June 22, 2018

DJ BBQ’s Next-Level Lamb Wrap

Recipe: Christian Stevenson

Try this Next-Level Lamb Wrap recipe from the cookbook Fire Food.

Lamb is easily one of my favorite meats to cook and lamb fat is the best. There is no better flavor in my opinion. It’s quite common to cook a leg of lamb or shoulder in the oven. But how about smoking one of these working muscles? The shoulder has loads of fat and connective tissue, so it really works well with a slow and low cook. A good-sized lamb shoulder can take anywhere from 3½ to 6 hours depending on the size, how the animal was raised, the fat content, and other factors. It loves a good basting: this helps keep the joint nice and moist and adds layers of flavor. Let’s get to it.


  • 2–3 kg lamb shoulder joint, at room temperature
  • 2 tbsp olive oil
  • 2 large dirty onions (recipe below)
  • 8–12 large flour tortilla wraps


  • 1 tbsp salt
  • 1 tbsp pepper
  • 1 tbsp garlic granules
  • 1 tbsp onion granules
  • 1 tbsp dried oregano
  • 1 tbsp dried thyme
  • 1 tbsp chilli flakes

Basting Sauce

  • 200 ml water
  • 100 ml red wine vinegar
  • 100 ml apple juice

Wrap Sauce

  • 4 chillies
  • 200 ml plain yogurt
  • 2 tbsp honey
  • Juice of 1 lemon
  • 1 tbsp tahini
  • 2 tbsp chopped mint leaves, plus 1 tbsp to garnish
  • 1 chilli, to garnish

Dirty Onions

  • Onions (the larger the better – I use huge Spanish ones)


Yield: Serves 8 to 12

  1. You need to get your cooker to 120–130°C (250–265°F).
  2. Take the lamb shoulder out of the fridge at least an hour before the cook — it’s got to be at room temperature when you put it on the grill. Take a sharp knife and lightly score the fat. You are creating more surface area for the rub and basting sauce. Plus, you are giving the fat a bit of a head-start as it slow-cooks and renders down, flavoring the meat.
  3. Put all the rub ingredients into a bowl and mix well. Massage the olive oil all over the scored lamb shoulder, then rub your meat liberally with the seasonings.
  4. Place the joint into the cooker/firebox, or as far away from the heat source as possible if you are using the lonely island technique. Add seasoned wood chunks to your fuel, put the lid on, and slow-cook that baby!
  5. Make the baste by combining the water, vinegar and apple juice. Do not touch the lamb for the first hour; this will help create a tangy crust and keep the moisture in. After the first hour, baste the lamb, then baste again every 45 minutes or so. Cook your dirty onions (see below) while the lamb is doing its thang. Don’t forget to keep your fuel topped up.
  6. The lamb is done when it’s done. There is no exact timing. You’ll need to keep an eye on the joint and do some prodding.
  7. There should be a bit of give when you touch the meat and you want to see the meat pulling away from the bone. When the meat starts to fall off the bone, then you have a major success story.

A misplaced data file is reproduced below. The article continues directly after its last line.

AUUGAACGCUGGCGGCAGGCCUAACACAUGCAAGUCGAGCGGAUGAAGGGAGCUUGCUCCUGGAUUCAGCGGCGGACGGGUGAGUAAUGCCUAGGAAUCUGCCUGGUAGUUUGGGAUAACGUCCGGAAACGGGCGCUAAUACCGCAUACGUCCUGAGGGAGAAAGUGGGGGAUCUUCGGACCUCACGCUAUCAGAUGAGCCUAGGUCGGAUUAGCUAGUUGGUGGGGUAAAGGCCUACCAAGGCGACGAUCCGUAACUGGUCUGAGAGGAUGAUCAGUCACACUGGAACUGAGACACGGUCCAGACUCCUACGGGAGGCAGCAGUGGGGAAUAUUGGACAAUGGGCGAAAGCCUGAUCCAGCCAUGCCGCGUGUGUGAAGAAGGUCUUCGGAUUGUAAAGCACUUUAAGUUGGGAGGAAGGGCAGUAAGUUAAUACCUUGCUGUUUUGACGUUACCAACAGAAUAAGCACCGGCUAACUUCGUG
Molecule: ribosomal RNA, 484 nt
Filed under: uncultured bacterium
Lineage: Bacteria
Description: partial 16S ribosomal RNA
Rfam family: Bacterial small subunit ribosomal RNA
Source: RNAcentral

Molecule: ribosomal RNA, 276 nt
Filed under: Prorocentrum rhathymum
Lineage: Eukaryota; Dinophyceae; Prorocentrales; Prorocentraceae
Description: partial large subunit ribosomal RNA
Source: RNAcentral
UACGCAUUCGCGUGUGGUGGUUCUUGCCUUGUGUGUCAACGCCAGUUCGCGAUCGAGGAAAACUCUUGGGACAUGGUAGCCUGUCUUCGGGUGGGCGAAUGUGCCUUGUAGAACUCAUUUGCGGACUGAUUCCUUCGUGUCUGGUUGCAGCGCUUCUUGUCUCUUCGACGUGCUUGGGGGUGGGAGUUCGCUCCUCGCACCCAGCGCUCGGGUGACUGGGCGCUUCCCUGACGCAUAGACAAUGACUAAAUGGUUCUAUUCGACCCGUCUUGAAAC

8. Rest the lamb under loose foil for 30 minutes. While the lamb is resting, make your wrap sauce. Dirty-cook the chillies by placing them on the used coals. Keep turning until charred. Remove and let them cool.
  9. Chop two of the chillies for the sauce and save two for serving. Add the chopped chillies to the yogurt, along with the honey, lemon juice, tahini and mint leaves.
  10. Peel the cooled dirty onions and roughly chop. Add them to the wrap sauce. Have a taste. Pretty ding dong dang tasty, right?
  11. Pull your meat! Tongs and a fork work well here. You’re looking for nice chunks of tender meat with a crispy smoky outside crust.
  12. Quickly toast the tortilla wraps. Layer the meat inside, spoon on the wrap sauce and garnish with a few mint leaves. Add the remaining chillies for extra heat. And get some aioli on there too, if you like. Enjoy!

Dirty Onions

  1. Make sure your coals have properly cooked down and are not too fierce. The coal bed should be evenly laid out.
  2. Whatever you do, do not peel the onions. You need the outer casing to protect the sweet tangy flesh within. Once the coals are good to go, take a pair of tongs and carefully place the onions straight into the coals. Push the coals around the onions so that they get hit from all sides. You don’t need to cover the onions as you’ll turn them a couple of times during the cook.
  3. The big ones should take anywhere from 1½ hours to 2 hours. The perfect dirty onion will ‘pop’ from the top. This is when the center gets hotter than the sun and erupts like a volcano. Be careful of the lava. Not every onion will pop but the majority do. To make sure the onions are done, give them a squeeze with the tongs. They should be really quite soft. Be careful not to overcook them, as once the moisture has been cooked out, they will go hard as a rock, especially if they are small ones.
  4. Carefully take the onions out of the coals and rest them on a baking tray (sheet) covered with foil. This helps the onions rehydrate. Be careful in case there are any coals, which can sometimes stick to the onions. You can use them right away but they are pretty hot. We normally cook onions in the morning and let them cool down for a couple of hours before handling.
  5. The best technique for getting into the goodness is to squeeze the skin and pop the onion out. Remove the ash and dried skin but don’t worry if little bits of charred skin remain – they only add flavor and texture. These can now be chopped and used in a variety of recipes or as a condiment. Soak them in a little bit of cider vinegar and a pinch of salt for next-level flavor.